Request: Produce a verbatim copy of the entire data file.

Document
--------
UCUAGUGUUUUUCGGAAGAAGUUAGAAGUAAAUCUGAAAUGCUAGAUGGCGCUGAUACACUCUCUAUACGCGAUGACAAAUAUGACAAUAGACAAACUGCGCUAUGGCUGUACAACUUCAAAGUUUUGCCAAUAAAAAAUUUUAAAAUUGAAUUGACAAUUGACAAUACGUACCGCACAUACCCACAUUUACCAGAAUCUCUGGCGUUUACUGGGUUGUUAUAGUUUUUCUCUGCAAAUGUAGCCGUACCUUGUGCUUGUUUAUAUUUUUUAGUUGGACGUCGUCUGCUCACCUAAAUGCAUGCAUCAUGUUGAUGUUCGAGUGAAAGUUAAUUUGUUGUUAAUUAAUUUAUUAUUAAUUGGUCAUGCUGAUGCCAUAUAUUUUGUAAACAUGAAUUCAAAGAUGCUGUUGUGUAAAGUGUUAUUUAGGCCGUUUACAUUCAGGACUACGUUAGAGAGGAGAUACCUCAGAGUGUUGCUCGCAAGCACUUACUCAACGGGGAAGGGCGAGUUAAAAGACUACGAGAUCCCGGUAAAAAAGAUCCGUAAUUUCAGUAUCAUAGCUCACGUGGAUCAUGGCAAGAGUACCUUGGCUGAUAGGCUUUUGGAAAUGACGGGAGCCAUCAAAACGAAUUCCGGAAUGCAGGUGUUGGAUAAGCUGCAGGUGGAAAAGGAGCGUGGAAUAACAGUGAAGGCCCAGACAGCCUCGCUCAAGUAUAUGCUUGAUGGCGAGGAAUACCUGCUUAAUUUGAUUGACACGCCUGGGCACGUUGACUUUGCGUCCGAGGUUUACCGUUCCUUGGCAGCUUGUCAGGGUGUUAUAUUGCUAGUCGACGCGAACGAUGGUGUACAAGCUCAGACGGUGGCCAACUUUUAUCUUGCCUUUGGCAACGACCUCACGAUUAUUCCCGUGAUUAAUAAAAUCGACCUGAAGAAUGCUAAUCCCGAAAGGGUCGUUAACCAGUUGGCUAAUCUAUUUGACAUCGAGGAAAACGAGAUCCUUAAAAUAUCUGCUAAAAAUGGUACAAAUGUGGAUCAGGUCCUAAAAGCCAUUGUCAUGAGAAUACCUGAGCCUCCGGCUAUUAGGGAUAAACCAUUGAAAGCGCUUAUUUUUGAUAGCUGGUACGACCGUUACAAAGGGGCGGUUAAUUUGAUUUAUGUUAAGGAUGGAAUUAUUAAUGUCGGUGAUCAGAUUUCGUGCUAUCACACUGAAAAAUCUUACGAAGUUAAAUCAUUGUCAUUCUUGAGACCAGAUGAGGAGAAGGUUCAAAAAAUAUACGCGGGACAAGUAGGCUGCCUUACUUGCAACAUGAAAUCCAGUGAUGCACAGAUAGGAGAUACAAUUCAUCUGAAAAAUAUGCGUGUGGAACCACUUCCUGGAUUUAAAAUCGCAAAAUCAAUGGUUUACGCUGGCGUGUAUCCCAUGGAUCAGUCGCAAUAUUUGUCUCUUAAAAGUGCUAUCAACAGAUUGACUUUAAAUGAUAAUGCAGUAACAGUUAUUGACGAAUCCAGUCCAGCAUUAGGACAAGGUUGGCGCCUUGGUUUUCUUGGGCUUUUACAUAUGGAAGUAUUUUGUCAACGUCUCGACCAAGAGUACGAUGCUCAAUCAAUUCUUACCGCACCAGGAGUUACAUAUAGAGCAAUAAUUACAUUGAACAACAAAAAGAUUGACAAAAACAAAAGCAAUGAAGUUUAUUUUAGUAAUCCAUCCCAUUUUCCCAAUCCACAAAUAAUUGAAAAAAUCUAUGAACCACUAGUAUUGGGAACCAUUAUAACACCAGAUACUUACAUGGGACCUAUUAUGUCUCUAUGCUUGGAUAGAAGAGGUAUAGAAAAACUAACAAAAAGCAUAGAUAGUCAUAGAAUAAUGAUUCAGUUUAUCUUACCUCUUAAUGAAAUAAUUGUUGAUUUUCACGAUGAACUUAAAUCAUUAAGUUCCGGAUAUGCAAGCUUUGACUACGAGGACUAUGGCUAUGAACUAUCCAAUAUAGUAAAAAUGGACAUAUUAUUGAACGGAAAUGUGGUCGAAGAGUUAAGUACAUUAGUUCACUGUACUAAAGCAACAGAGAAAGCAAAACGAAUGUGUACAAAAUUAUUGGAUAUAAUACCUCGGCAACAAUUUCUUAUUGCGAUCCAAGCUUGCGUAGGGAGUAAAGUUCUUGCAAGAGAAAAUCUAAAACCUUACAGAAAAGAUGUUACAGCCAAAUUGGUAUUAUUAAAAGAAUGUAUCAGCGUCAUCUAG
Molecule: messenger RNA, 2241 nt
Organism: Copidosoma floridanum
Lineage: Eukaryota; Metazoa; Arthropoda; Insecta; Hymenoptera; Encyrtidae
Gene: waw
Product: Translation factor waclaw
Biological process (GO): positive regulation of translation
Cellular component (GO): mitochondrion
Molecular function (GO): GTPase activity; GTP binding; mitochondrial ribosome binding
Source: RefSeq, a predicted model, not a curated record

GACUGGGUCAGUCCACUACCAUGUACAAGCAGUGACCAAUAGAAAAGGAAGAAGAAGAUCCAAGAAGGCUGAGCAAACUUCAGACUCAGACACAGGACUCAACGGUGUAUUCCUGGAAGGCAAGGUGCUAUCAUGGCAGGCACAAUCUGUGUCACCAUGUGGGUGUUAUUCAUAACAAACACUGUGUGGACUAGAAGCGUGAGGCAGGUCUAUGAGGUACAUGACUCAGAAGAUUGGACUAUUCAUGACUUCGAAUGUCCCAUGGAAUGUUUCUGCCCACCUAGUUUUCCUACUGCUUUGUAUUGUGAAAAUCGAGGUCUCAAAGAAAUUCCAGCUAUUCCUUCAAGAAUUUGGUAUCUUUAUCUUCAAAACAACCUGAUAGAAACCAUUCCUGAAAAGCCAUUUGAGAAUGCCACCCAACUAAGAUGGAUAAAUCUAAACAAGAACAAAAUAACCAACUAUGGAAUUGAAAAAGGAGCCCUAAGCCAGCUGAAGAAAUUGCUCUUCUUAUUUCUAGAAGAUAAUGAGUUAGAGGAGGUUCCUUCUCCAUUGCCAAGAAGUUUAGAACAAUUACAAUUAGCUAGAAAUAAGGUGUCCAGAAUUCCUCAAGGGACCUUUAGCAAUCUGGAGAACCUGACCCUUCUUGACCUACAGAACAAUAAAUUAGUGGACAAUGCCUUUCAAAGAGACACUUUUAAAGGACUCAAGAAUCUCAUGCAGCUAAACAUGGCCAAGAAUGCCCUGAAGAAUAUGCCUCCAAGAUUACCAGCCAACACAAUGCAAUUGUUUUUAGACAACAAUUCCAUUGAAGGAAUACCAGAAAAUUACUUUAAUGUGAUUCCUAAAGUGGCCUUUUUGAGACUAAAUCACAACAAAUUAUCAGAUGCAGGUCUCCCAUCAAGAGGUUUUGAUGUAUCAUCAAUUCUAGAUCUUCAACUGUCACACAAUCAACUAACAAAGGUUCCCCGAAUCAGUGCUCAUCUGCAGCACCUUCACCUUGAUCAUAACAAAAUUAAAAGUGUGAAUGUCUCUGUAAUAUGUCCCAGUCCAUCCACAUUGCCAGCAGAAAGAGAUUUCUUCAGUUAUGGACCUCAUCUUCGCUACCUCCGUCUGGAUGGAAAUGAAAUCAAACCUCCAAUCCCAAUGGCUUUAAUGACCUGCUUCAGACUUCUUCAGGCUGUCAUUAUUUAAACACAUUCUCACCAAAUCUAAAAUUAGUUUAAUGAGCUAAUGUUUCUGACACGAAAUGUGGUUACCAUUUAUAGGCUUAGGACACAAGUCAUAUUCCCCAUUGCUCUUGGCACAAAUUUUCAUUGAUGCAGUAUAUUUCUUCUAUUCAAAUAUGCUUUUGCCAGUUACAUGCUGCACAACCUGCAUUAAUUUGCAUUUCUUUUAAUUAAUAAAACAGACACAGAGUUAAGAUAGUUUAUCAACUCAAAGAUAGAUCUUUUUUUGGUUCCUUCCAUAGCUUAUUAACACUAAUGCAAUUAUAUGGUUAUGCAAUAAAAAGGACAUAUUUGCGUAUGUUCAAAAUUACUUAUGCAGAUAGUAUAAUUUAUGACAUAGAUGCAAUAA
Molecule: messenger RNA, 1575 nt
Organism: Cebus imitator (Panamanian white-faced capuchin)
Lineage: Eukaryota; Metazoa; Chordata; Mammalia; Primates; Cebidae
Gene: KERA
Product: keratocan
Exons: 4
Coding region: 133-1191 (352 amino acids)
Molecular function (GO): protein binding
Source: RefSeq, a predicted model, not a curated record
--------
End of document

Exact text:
UCUAGUGUUUUUCGGAAGAAGUUAGAAGUAAAUCUGAAAUGCUAGAUGGCGCUGAUACACUCUCUAUACGCGAUGACAAAUAUGACAAUAGACAAACUGCGCUAUGGCUGUACAACUUCAAAGUUUUGCCAAUAAAAAAUUUUAAAAUUGAAUUGACAAUUGACAAUACGUACCGCACAUACCCACAUUUACCAGAAUCUCUGGCGUUUACUGGGUUGUUAUAGUUUUUCUCUGCAAAUGUAGCCGUACCUUGUGCUUGUUUAUAUUUUUUAGUUGGACGUCGUCUGCUCACCUAAAUGCAUGCAUCAUGUUGAUGUUCGAGUGAAAGUUAAUUUGUUGUUAAUUAAUUUAUUAUUAAUUGGUCAUGCUGAUGCCAUAUAUUUUGUAAACAUGAAUUCAAAGAUGCUGUUGUGUAAAGUGUUAUUUAGGCCGUUUACAUUCAGGACUACGUUAGAGAGGAGAUACCUCAGAGUGUUGCUCGCAAGCACUUACUCAACGGGGAAGGGCGAGUUAAAAGACUACGAGAUCCCGGUAAAAAAGAUCCGUAAUUUCAGUAUCAUAGCUCACGUGGAUCAUGGCAAGAGUACCUUGGCUGAUAGGCUUUUGGAAAUGACGGGAGCCAUCAAAACGAAUUCCGGAAUGCAGGUGUUGGAUAAGCUGCAGGUGGAAAAGGAGCGUGGAAUAACAGUGAAGGCCCAGACAGCCUCGCUCAAGUAUAUGCUUGAUGGCGAGGAAUACCUGCUUAAUUUGAUUGACACGCCUGGGCACGUUGACUUUGCGUCCGAGGUUUACCGUUCCUUGGCAGCUUGUCAGGGUGUUAUAUUGCUAGUCGACGCGAACGAUGGUGUACAAGCUCAGACGGUGGCCAACUUUUAUCUUGCCUUUGGCAACGACCUCACGAUUAUUCCCGUGAUUAAUAAAAUCGACCUGAAGAAUGCUAAUCCCGAAAGGGUCGUUAACCAGUUGGCUAAUCUAUUUGACAUCGAGGAAAACGAGAUCCUUAAAAUAUCUGCUAAAAAUGGUACAAAUGUGGAUCAGGUCCUAAAAGCCAUUGUCAUGAGAAUACCUGAGCCUCCGGCUAUUAGGGAUAAACCAUUGAAAGCGCUUAUUUUUGAUAGCUGGUACGACCGUUACAAAGGGGCGGUUAAUUUGAUUUAUGUUAAGGAUGGAAUUAUUAAUGUCGGUGAUCAGAUUUCGUGCUAUCACACUGAAAAAUCUUACGAAGUUAAAUCAUUGUCAUUCUUGAGACCAGAUGAGGAGAAGGUUCAAAAAAUAUACGCGGGACAAGUAGGCUGCCUUACUUGCAACAUGAAAUCCAGUGAUGCACAGAUAGGAGAUACAAUUCAUCUGAAAAAUAUGCGUGUGGAACCACUUCCUGGAUUUAAAAUCGCAAAAUCAAUGGUUUACGCUGGCGUGUAUCCCAUGGAUCAGUCGCAAUAUUUGUCUCUUAAAAGUGCUAUCAACAGAUUGACUUUAAAUGAUAAUGCAGUAACAGUUAUUGACGAAUCCAGUCCAGCAUUAGGACAAGGUUGGCGCCUUGGUUUUCUUGGGCUUUUACAUAUGGAAGUAUUUUGUCAACGUCUCGACCAAGAGUACGAUGCUCAAUCAAUUCUUACCGCACCAGGAGUUACAUAUAGAGCAAUAAUUACAUUGAACAACAAAAAGAUUGACAAAAACAAAAGCAAUGAAGUUUAUUUUAGUAAUCCAUCCCAUUUUCCCAAUCCACAAAUAAUUGAAAAAAUCUAUGAACCACUAGUAUUGGGAACCAUUAUAACACCAGAUACUUACAUGGGACCUAUUAUGUCUCUAUGCUUGGAUAGAAGAGGUAUAGAAAAACUAACAAAAAGCAUAGAUAGUCAUAGAAUAAUGAUUCAGUUUAUCUUACCUCUUAAUGAAAUAAUUGUUGAUUUUCACGAUGAACUUAAAUCAUUAAGUUCCGGAUAUGCAAGCUUUGACUACGAGGACUAUGGCUAUGAACUAUCCAAUAUAGUAAAAAUGGACAUAUUAUUGAACGGAAAUGUGGUCGAAGAGUUAAGUACAUUAGUUCACUGUACUAAAGCAACAGAGAAAGCAAAACGAAUGUGUACAAAAUUAUUGGAUAUAAUACCUCGGCAACAAUUUCUUAUUGCGAUCCAAGCUUGCGUAGGGAGUAAAGUUCUUGCAAGAGAAAAUCUAAAACCUUACAGAAAAGAUGUUACAGCCAAAUUGGUAUUAUUAAAAGAAUGUAUCAGCGUCAUCUAG
Molecule: messenger RNA, 2241 nt
Organism: Copidosoma floridanum
Lineage: Eukaryota; Metazoa; Arthropoda; Insecta; Hymenoptera; Encyrtidae
Gene: waw
Product: Translation factor waclaw
Biological process (GO): positive regulation of translation
Cellular component (GO): mitochondrion
Molecular function (GO): GTPase activity; GTP binding; mitochondrial ribosome binding
Source: RefSeq, a predicted model, not a curated record

GACUGGGUCAGUCCACUACCAUGUACAAGCAGUGACCAAUAGAAAAGGAAGAAGAAGAUCCAAGAAGGCUGAGCAAACUUCAGACUCAGACACAGGACUCAACGGUGUAUUCCUGGAAGGCAAGGUGCUAUCAUGGCAGGCACAAUCUGUGUCACCAUGUGGGUGUUAUUCAUAACAAACACUGUGUGGACUAGAAGCGUGAGGCAGGUCUAUGAGGUACAUGACUCAGAAGAUUGGACUAUUCAUGACUUCGAAUGUCCCAUGGAAUGUUUCUGCCCACCUAGUUUUCCUACUGCUUUGUAUUGUGAAAAUCGAGGUCUCAAAGAAAUUCCAGCUAUUCCUUCAAGAAUUUGGUAUCUUUAUCUUCAAAACAACCUGAUAGAAACCAUUCCUGAAAAGCCAUUUGAGAAUGCCACCCAACUAAGAUGGAUAAAUCUAAACAAGAACAAAAUAACCAACUAUGGAAUUGAAAAAGGAGCCCUAAGCCAGCUGAAGAAAUUGCUCUUCUUAUUUCUAGAAGAUAAUGAGUUAGAGGAGGUUCCUUCUCCAUUGCCAAGAAGUUUAGAACAAUUACAAUUAGCUAGAAAUAAGGUGUCCAGAAUUCCUCAAGGGACCUUUAGCAAUCUGGAGAACCUGACCCUUCUUGACCUACAGAACAAUAAAUUAGUGGACAAUGCCUUUCAAAGAGACACUUUUAAAGGACUCAAGAAUCUCAUGCAGCUAAACAUGGCCAAGAAUGCCCUGAAGAAUAUGCCUCCAAGAUUACCAGCCAACACAAUGCAAUUGUUUUUAGACAACAAUUCCAUUGAAGGAAUACCAGAAAAUUACUUUAAUGUGAUUCCUAAAGUGGCCUUUUUGAGACUAAAUCACAACAAAUUAUCAGAUGCAGGUCUCCCAUCAAGAGGUUUUGAUGUAUCAUCAAUUCUAGAUCUUCAACUGUCACACAAUCAACUAACAAAGGUUCCCCGAAUCAGUGCUCAUCUGCAGCACCUUCACCUUGAUCAUAACAAAAUUAAAAGUGUGAAUGUCUCUGUAAUAUGUCCCAGUCCAUCCACAUUGCCAGCAGAAAGAGAUUUCUUCAGUUAUGGACCUCAUCUUCGCUACCUCCGUCUGGAUGGAAAUGAAAUCAAACCUCCAAUCCCAAUGGCUUUAAUGACCUGCUUCAGACUUCUUCAGGCUGUCAUUAUUUAAACACAUUCUCACCAAAUCUAAAAUUAGUUUAAUGAGCUAAUGUUUCUGACACGAAAUGUGGUUACCAUUUAUAGGCUUAGGACACAAGUCAUAUUCCCCAUUGCUCUUGGCACAAAUUUUCAUUGAUGCAGUAUAUUUCUUCUAUUCAAAUAUGCUUUUGCCAGUUACAUGCUGCACAACCUGCAUUAAUUUGCAUUUCUUUUAAUUAAUAAAACAGACACAGAGUUAAGAUAGUUUAUCAACUCAAAGAUAGAUCUUUUUUUGGUUCCUUCCAUAGCUUAUUAACACUAAUGCAAUUAUAUGGUUAUGCAAUAAAAAGGACAUAUUUGCGUAUGUUCAAAAUUACUUAUGCAGAUAGUAUAAUUUAUGACAUAGAUGCAAUAA
Molecule: messenger RNA, 1575 nt
Organism: Cebus imitator (Panamanian white-faced capuchin)
Lineage: Eukaryota; Metazoa; Chordata; Mammalia; Primates; Cebidae
Gene: KERA
Product: keratocan
Exons: 4
Coding region: 133-1191 (352 amino acids)
Molecular function (GO): protein binding
Source: RefSeq, a predicted model, not a curated record